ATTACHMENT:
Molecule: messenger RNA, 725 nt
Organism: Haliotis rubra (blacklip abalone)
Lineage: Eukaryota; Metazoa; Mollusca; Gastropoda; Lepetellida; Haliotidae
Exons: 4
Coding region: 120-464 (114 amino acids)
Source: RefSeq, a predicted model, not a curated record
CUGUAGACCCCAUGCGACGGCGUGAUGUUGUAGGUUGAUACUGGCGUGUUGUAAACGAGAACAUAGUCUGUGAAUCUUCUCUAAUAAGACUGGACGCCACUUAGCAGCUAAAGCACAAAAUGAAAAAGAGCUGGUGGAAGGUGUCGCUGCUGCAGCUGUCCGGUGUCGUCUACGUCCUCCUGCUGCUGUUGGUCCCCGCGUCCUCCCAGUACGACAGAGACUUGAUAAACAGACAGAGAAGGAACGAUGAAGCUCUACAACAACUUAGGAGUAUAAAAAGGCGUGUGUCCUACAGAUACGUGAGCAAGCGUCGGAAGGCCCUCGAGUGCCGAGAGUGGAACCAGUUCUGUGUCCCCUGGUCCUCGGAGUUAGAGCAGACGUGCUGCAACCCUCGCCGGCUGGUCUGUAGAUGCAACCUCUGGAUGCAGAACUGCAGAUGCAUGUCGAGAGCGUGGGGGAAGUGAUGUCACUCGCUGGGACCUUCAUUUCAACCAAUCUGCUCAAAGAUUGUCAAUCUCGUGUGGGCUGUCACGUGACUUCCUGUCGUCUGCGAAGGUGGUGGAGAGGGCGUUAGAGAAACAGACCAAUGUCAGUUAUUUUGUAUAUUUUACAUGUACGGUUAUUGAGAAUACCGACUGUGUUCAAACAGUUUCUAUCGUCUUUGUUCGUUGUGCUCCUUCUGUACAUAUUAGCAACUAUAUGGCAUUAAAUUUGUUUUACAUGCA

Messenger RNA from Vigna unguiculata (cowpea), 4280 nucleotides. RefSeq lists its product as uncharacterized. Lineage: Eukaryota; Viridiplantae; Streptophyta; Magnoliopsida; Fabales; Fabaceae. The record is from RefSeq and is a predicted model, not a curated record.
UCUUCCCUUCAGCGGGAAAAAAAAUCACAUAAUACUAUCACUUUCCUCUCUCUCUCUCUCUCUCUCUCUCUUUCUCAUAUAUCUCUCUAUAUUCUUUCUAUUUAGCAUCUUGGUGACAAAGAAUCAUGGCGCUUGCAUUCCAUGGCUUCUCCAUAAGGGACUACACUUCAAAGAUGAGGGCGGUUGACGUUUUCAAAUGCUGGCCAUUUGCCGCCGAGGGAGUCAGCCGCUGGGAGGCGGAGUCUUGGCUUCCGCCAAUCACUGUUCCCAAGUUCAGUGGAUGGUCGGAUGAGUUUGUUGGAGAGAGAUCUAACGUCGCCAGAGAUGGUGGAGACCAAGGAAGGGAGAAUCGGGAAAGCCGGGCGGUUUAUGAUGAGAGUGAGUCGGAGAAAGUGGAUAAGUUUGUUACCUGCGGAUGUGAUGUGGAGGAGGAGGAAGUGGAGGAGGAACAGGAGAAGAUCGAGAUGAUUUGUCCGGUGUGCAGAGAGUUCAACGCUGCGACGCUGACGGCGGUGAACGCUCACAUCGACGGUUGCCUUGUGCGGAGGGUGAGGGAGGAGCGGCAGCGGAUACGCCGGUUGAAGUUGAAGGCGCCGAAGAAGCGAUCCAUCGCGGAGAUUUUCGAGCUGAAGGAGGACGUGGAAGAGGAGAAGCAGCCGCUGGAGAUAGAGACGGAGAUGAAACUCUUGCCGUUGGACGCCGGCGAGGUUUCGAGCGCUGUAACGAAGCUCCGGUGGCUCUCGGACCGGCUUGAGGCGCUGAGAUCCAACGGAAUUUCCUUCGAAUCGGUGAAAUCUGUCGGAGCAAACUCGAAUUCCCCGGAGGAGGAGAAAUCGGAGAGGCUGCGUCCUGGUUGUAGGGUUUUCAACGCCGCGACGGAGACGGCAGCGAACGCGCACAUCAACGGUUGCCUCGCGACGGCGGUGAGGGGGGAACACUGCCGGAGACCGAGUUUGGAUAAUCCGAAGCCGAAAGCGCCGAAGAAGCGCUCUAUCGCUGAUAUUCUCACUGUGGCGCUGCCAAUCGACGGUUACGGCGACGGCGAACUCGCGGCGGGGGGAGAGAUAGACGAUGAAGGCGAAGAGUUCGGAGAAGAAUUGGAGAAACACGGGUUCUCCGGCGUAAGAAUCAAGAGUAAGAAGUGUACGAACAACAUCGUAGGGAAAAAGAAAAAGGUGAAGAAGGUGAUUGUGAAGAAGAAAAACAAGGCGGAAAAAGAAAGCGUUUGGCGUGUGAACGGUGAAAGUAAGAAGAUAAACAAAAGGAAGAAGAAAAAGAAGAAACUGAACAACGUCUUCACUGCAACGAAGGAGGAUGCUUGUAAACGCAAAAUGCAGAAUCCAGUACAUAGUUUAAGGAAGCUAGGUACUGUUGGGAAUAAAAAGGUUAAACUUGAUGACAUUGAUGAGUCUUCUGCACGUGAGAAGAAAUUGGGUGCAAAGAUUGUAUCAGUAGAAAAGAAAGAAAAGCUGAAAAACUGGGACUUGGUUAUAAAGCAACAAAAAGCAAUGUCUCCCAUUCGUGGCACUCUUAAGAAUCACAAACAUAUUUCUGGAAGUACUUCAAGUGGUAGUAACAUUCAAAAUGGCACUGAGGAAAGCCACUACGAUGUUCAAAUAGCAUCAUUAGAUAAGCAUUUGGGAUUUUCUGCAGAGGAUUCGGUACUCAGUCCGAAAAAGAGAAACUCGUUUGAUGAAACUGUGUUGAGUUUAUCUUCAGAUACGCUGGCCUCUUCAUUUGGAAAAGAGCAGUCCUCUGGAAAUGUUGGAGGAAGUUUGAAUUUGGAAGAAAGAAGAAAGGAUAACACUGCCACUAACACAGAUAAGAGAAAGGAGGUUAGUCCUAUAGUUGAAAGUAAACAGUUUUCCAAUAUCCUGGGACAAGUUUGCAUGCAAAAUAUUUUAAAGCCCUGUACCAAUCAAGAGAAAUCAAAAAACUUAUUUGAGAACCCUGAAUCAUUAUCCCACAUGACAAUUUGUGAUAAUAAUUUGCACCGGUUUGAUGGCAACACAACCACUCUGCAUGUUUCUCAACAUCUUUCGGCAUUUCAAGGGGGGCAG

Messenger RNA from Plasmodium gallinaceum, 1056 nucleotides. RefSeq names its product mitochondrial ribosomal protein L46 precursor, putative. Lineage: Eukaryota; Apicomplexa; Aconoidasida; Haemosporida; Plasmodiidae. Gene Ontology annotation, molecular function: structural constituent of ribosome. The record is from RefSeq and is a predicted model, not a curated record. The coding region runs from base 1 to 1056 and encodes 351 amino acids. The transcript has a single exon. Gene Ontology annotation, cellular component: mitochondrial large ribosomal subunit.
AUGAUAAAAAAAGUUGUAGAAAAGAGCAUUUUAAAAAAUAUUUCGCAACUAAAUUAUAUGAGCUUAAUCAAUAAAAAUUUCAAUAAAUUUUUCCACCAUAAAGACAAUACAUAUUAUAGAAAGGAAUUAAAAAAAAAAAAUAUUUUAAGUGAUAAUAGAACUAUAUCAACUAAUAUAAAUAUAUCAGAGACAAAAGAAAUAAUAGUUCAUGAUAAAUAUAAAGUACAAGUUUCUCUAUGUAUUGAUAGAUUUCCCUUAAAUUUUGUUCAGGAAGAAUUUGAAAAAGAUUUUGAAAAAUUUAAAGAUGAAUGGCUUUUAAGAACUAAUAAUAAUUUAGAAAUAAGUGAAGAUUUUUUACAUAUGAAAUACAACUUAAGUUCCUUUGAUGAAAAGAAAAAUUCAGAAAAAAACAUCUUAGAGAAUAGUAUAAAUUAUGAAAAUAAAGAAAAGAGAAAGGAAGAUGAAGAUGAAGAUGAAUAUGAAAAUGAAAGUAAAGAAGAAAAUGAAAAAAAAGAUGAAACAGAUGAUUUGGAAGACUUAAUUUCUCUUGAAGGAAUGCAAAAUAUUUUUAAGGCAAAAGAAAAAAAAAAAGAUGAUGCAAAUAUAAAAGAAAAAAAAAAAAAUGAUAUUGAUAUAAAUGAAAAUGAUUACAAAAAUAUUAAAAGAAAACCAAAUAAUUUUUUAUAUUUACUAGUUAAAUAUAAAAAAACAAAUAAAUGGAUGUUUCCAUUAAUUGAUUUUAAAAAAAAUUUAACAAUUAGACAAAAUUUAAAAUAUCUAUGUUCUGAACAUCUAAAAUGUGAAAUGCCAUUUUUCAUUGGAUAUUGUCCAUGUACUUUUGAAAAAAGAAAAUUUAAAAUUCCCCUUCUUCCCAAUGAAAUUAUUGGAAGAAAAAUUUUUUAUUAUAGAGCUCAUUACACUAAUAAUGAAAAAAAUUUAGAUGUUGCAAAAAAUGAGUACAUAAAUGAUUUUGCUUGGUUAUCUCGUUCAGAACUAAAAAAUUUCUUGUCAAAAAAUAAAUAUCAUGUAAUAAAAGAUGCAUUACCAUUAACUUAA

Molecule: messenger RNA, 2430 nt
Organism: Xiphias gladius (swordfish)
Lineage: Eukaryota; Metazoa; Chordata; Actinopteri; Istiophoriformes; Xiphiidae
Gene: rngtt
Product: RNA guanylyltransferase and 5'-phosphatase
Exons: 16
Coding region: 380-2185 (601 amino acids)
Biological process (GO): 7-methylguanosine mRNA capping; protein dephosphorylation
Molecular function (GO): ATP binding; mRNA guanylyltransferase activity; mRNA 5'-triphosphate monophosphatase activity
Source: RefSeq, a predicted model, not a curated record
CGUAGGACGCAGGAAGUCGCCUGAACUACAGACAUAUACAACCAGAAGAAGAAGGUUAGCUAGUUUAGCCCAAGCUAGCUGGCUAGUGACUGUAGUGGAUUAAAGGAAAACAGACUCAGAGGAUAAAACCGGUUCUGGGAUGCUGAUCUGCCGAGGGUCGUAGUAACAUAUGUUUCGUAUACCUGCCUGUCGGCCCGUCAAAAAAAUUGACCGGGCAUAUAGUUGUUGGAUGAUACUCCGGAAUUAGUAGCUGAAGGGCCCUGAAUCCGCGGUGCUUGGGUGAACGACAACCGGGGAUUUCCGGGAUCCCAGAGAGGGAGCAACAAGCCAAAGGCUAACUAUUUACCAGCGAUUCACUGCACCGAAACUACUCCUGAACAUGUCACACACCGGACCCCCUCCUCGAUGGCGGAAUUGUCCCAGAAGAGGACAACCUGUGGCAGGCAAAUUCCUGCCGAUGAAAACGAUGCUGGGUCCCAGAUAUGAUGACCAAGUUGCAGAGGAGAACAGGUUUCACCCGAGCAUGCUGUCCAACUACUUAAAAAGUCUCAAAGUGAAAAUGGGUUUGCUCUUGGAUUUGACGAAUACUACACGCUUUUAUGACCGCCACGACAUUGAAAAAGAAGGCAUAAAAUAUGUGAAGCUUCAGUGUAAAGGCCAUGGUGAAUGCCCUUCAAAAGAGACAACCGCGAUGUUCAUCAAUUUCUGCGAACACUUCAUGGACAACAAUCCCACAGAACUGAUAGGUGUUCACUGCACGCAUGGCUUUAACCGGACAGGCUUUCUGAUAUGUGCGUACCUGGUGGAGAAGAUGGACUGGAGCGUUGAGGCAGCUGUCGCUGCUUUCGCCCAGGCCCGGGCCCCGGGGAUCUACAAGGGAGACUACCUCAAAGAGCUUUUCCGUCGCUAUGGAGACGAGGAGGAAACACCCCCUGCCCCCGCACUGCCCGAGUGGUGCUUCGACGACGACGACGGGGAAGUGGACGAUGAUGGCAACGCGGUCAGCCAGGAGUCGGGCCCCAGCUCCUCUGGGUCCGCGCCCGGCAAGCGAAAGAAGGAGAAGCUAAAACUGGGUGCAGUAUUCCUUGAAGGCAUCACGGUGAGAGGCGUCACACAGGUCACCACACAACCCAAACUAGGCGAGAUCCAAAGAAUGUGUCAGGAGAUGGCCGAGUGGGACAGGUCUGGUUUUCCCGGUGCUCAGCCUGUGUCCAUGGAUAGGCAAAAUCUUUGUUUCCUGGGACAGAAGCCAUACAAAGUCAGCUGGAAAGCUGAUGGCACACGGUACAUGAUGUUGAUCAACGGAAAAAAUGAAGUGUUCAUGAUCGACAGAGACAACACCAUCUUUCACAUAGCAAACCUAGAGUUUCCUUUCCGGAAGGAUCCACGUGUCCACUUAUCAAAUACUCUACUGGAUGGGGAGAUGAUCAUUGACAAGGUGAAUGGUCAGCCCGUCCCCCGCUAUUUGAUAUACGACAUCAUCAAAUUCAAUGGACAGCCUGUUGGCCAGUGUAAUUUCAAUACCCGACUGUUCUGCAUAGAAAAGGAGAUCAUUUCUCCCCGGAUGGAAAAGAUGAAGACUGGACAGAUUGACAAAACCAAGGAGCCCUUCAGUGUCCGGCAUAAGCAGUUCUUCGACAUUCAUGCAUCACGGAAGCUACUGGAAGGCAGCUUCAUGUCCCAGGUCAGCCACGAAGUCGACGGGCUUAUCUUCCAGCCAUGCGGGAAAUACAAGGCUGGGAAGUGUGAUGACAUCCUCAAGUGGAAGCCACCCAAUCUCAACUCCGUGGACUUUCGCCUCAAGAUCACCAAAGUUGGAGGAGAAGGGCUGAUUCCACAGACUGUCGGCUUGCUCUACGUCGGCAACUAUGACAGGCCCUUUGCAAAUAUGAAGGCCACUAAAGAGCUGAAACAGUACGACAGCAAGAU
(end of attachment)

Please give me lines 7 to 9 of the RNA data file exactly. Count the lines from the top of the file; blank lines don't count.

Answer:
CUGUAGACCCCAUGCGACGGCGUGAUGUUGUAGGUUGAUACUGGCGUGUUGUAAACGAGAACAUAGUCUGUGAAUCUUCUCUAAUAAGACUGGACGCCACUUAGCAGCUAAAGCACAAAAUGAAAAAGAGCUGGUGGAAGGUGUCGCUGCUGCAGCUGUCCGGUGUCGUCUACGUCCUCCUGCUGCUGUUGGUCCCCGCGUCCUCCCAGUACGACAGAGACUUGAUAAACAGACAGAGAAGGAACGAUGAAGCUCUACAACAACUUAGGAGUAUAAAAAGGCGUGUGUCCUACAGAUACGUGAGCAAGCGUCGGAAGGCCCUCGAGUGCCGAGAGUGGAACCAGUUCUGUGUCCCCUGGUCCUCGGAGUUAGAGCAGACGUGCUGCAACCCUCGCCGGCUGGUCUGUAGAUGCAACCUCUGGAUGCAGAACUGCAGAUGCAUGUCGAGAGCGUGGGGGAAGUGAUGUCACUCGCUGGGACCUUCAUUUCAACCAAUCUGCUCAAAGAUUGUCAAUCUCGUGUGGGCUGUCACGUGACUUCCUGUCGUCUGCGAAGGUGGUGGAGAGGGCGUUAGAGAAACAGACCAAUGUCAGUUAUUUUGUAUAUUUUACAUGUACGGUUAUUGAGAAUACCGACUGUGUUCAAACAGUUUCUAUCGUCUUUGUUCGUUGUGCUCCUUCUGUACAUAUUAGCAACUAUAUGGCAUUAAAUUUGUUUUACAUGCA

Messenger RNA from Vigna unguiculata (cowpea), 4280 nucleotides. RefSeq lists its product as uncharacterized. Lineage: Eukaryota; Viridiplantae; Streptophyta; Magnoliopsida; Fabales; Fabaceae. The record is from RefSeq and is a predicted model, not a curated record.
UCUUCCCUUCAGCGGGAAAAAAAAUCACAUAAUACUAUCACUUUCCUCUCUCUCUCUCUCUCUCUCUCUCUUUCUCAUAUAUCUCUCUAUAUUCUUUCUAUUUAGCAUCUUGGUGACAAAGAAUCAUGGCGCUUGCAUUCCAUGGCUUCUCCAUAAGGGACUACACUUCAAAGAUGAGGGCGGUUGACGUUUUCAAAUGCUGGCCAUUUGCCGCCGAGGGAGUCAGCCGCUGGGAGGCGGAGUCUUGGCUUCCGCCAAUCACUGUUCCCAAGUUCAGUGGAUGGUCGGAUGAGUUUGUUGGAGAGAGAUCUAACGUCGCCAGAGAUGGUGGAGACCAAGGAAGGGAGAAUCGGGAAAGCCGGGCGGUUUAUGAUGAGAGUGAGUCGGAGAAAGUGGAUAAGUUUGUUACCUGCGGAUGUGAUGUGGAGGAGGAGGAAGUGGAGGAGGAACAGGAGAAGAUCGAGAUGAUUUGUCCGGUGUGCAGAGAGUUCAACGCUGCGACGCUGACGGCGGUGAACGCUCACAUCGACGGUUGCCUUGUGCGGAGGGUGAGGGAGGAGCGGCAGCGGAUACGCCGGUUGAAGUUGAAGGCGCCGAAGAAGCGAUCCAUCGCGGAGAUUUUCGAGCUGAAGGAGGACGUGGAAGAGGAGAAGCAGCCGCUGGAGAUAGAGACGGAGAUGAAACUCUUGCCGUUGGACGCCGGCGAGGUUUCGAGCGCUGUAACGAAGCUCCGGUGGCUCUCGGACCGGCUUGAGGCGCUGAGAUCCAACGGAAUUUCCUUCGAAUCGGUGAAAUCUGUCGGAGCAAACUCGAAUUCCCCGGAGGAGGAGAAAUCGGAGAGGCUGCGUCCUGGUUGUAGGGUUUUCAACGCCGCGACGGAGACGGCAGCGAACGCGCACAUCAACGGUUGCCUCGCGACGGCGGUGAGGGGGGAACACUGCCGGAGACCGAGUUUGGAUAAUCCGAAGCCGAAAGCGCCGAAGAAGCGCUCUAUCGCUGAUAUUCUCACUGUGGCGCUGCCAAUCGACGGUUACGGCGACGGCGAACUCGCGGCGGGGGGAGAGAUAGACGAUGAAGGCGAAGAGUUCGGAGAAGAAUUGGAGAAACACGGGUUCUCCGGCGUAAGAAUCAAGAGUAAGAAGUGUACGAACAACAUCGUAGGGAAAAAGAAAAAGGUGAAGAAGGUGAUUGUGAAGAAGAAAAACAAGGCGGAAAAAGAAAGCGUUUGGCGUGUGAACGGUGAAAGUAAGAAGAUAAACAAAAGGAAGAAGAAAAAGAAGAAACUGAACAACGUCUUCACUGCAACGAAGGAGGAUGCUUGUAAACGCAAAAUGCAGAAUCCAGUACAUAGUUUAAGGAAGCUAGGUACUGUUGGGAAUAAAAAGGUUAAACUUGAUGACAUUGAUGAGUCUUCUGCACGUGAGAAGAAAUUGGGUGCAAAGAUUGUAUCAGUAGAAAAGAAAGAAAAGCUGAAAAACUGGGACUUGGUUAUAAAGCAACAAAAAGCAAUGUCUCCCAUUCGUGGCACUCUUAAGAAUCACAAACAUAUUUCUGGAAGUACUUCAAGUGGUAGUAACAUUCAAAAUGGCACUGAGGAAAGCCACUACGAUGUUCAAAUAGCAUCAUUAGAUAAGCAUUUGGGAUUUUCUGCAGAGGAUUCGGUACUCAGUCCGAAAAAGAGAAACUCGUUUGAUGAAACUGUGUUGAGUUUAUCUUCAGAUACGCUGGCCUCUUCAUUUGGAAAAGAGCAGUCCUCUGGAAAUGUUGGAGGAAGUUUGAAUUUGGAAGAAAGAAGAAAGGAUAACACUGCCACUAACACAGAUAAGAGAAAGGAGGUUAGUCCUAUAGUUGAAAGUAAACAGUUUUCCAAUAUCCUGGGACAAGUUUGCAUGCAAAAUAUUUUAAAGCCCUGUACCAAUCAAGAGAAAUCAAAAAACUUAUUUGAGAACCCUGAAUCAUUAUCCCACAUGACAAUUUGUGAUAAUAAUUUGCACCGGUUUGAUGGCAACACAACCACUCUGCAUGUUUCUCAACAUCUUUCGGCAUUUCAAGGGGGGCAG